Louise Lecavalier’s ropy musculature, punk androgyny and ballistic barrel rolls defined Édouard Lock’s choreographic signature for nearly two decades. Now, 12 years after retiring as the platinum-maned icon of his company La La La Human Steps, Lecavalier still astonishes as a dancer of rare and singular presence; a force of nature, simply. Children + A Few Minutes of Lock, a double program at Usine C of duets by Nigel Charnock and Édouard Lock, is an opportunity to witness the legendary talents of Quebec’s rebel queen of contemporary dance.
2009‘s Children is the opening piece, a 50-minute duet by British choreographer Nigel Charnock featuring former O Vertigo dancer Patrick Lamothe alongside Lecavalier. Set to a jukebox soundtrack shuffling tunes by Leonard Cohen, Billie Holiday, Janis Joplin, Miles Davis, Puccini and others, the work vaguely narrates the arc of a couple’s life – innocence and play turn to frustration and fatigue, and through physical labours they try to keep it all together. A few times they play fight with staffs (when is this ever supposed to be suitable for serious choreography?), gulp water and toss the bottles, wrestle with pillows and drape the emptied cases over their heads.
In the end Children is dramatically slight but still engrossing as stage time for Lecavalier. Her attack is sharp and swift, her jumps full and her landings precise, ready for rebound. She handles fast changes in direction as if it were her sport, runs and hurls herself repeatedly into her partner’s arms as if to dislocate his shoulder and mow down the first few rows of spectators. Poor Lamothe is visibly overpowered, outpaced and outlasted by Lecavalier, resulting in some impressively profuse sweating and their physical synergy coming loose by the end.
Kier Knight, Lecavalier’s partner in the Édouard Lock excerpts, fares better. A former dancer with La La La, his tall stature and attentive, endless arms offer better traction for her torpedo force. The final 15 minutes of the program consist of three duets taken from the last Édouard Lock pieces in which Lecavalier danced: 2 (1995) and Exaucé/Salt (1998). In revisiting them we see the choreographies still fit her like a glove.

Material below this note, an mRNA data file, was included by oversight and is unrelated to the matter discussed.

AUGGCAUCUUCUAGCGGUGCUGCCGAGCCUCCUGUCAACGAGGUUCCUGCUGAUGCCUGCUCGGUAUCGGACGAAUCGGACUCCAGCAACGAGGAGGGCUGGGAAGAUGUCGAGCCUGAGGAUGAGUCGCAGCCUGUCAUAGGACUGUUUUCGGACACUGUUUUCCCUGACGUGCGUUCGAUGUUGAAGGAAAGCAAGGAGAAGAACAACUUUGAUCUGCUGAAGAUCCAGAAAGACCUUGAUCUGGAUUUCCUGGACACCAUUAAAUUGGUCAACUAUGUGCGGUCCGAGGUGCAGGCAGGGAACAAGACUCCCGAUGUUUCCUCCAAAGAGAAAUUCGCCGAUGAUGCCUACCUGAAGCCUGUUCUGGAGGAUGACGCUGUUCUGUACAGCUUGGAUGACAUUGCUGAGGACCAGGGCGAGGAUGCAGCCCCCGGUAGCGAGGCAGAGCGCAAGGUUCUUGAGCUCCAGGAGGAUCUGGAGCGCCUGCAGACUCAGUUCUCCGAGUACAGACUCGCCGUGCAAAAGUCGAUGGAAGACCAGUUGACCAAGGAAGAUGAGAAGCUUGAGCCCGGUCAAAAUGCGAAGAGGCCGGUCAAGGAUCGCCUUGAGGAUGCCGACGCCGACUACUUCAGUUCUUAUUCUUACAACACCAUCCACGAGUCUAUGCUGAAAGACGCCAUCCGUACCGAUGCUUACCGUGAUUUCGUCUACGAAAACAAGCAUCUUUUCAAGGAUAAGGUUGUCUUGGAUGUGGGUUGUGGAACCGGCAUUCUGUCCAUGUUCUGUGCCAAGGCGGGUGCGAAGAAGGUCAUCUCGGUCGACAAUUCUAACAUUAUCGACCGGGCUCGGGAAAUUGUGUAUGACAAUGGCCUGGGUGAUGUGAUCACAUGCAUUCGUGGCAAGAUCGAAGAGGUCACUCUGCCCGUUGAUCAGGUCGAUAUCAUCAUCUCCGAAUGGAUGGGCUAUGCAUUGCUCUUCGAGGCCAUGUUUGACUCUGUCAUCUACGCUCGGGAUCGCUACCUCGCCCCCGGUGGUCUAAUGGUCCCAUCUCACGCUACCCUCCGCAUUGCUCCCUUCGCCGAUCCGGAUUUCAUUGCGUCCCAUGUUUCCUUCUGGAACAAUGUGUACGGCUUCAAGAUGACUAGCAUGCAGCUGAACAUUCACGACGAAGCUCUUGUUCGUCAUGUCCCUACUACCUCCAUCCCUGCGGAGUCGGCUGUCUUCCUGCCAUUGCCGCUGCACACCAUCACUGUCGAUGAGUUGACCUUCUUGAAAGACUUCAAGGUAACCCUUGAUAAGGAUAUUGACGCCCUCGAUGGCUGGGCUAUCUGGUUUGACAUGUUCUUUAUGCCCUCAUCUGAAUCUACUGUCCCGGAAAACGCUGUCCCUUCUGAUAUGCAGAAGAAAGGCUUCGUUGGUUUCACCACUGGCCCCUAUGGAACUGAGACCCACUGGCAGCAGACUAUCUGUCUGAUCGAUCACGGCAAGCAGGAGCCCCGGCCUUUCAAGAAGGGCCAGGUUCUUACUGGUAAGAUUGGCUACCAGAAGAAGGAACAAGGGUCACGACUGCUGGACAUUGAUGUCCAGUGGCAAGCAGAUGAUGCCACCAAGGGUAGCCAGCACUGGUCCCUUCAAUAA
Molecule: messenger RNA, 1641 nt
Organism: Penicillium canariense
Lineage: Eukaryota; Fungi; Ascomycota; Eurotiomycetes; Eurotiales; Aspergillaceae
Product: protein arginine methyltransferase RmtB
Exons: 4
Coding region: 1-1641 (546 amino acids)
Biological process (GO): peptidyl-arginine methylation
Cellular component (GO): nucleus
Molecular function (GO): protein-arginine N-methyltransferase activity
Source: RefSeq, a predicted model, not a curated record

Thrashing her platinum-blond locks, Lecavalier glows bright under the lights wearing only a tank top, knee-pads and thigh-baring shorts. Knight’s manipulations are obscured by baggy black clothing, but this is fine, as his presence is about utmost industriousness. In these pieces we see Lecavalier illuminated and revelling in her element; she is a total 360-degree natural barrelling through the air on every axis. In a frantic state of launching and falling with ragdoll abandon, she is permanently awake and maintains absolute precision in the way she hits or misses the ground, anticipates her partner’s bracing support. But it is not just the spiky, high-risk manoeuvres that impress; the way she enters and exits them with serene insouciance is equally all her own.
Watching Louise Lecavalier dancing Édouard Lock’s choreography is to glimpse into the artist-muse archetype at rare proximity. The two began to collaborate in the late 70’s during the creative pressure cooker years of Le Groupe Nouvelle Aire, the seminal Montreal company from which emerged many of Quebec “nouvelle danse” luminaries. Lecavalier is the embodiment of Lock’s early iconoclasm – raw, unrelenting, both strikingly idiosyncratic and neutral – and offers trap-door insights into his life’s work. Even in his current, decidedly ballet-obsessed mode, Lock still makes use of a task-like, toneless cool at blistering speeds. Revisiting Lecavalier’s barrage of horizontal barrel jumps, at once thrilling and numbing, sheds sudden light on the pirouetting ballerina drills on pointe that so dominate Lock’s recent productions.
Lock being very resistant to reproducing old work, these excerpts from 2 and Exaucé/Salt are fascinating documents that contain the early and transitional DNA of the Lock aesthetic we recognize today. Montreal audiences will get a chance to see his long-awaited latest creation with La La La Human Steps on May 5 at Place des Arts.
Finally, did I mention that Louise Lecavalier will be turning 53 this year? That she is dancing on an artificial hip? No, because it hardly matters at all. Lecavalier is potent and indefatigable as ever, as her audiences and dance partners can all attest to.
Fou Glorieux is the company Lecavalier founded in 2006 as a vehicle for her collaborations with select choreographers that to date include Benoît Lachambre and Crystal Pite. Children + A Few Minutes of Lock opened April 27 at Usine C and runs through April 30. For tickets and information: www.usine-c.com.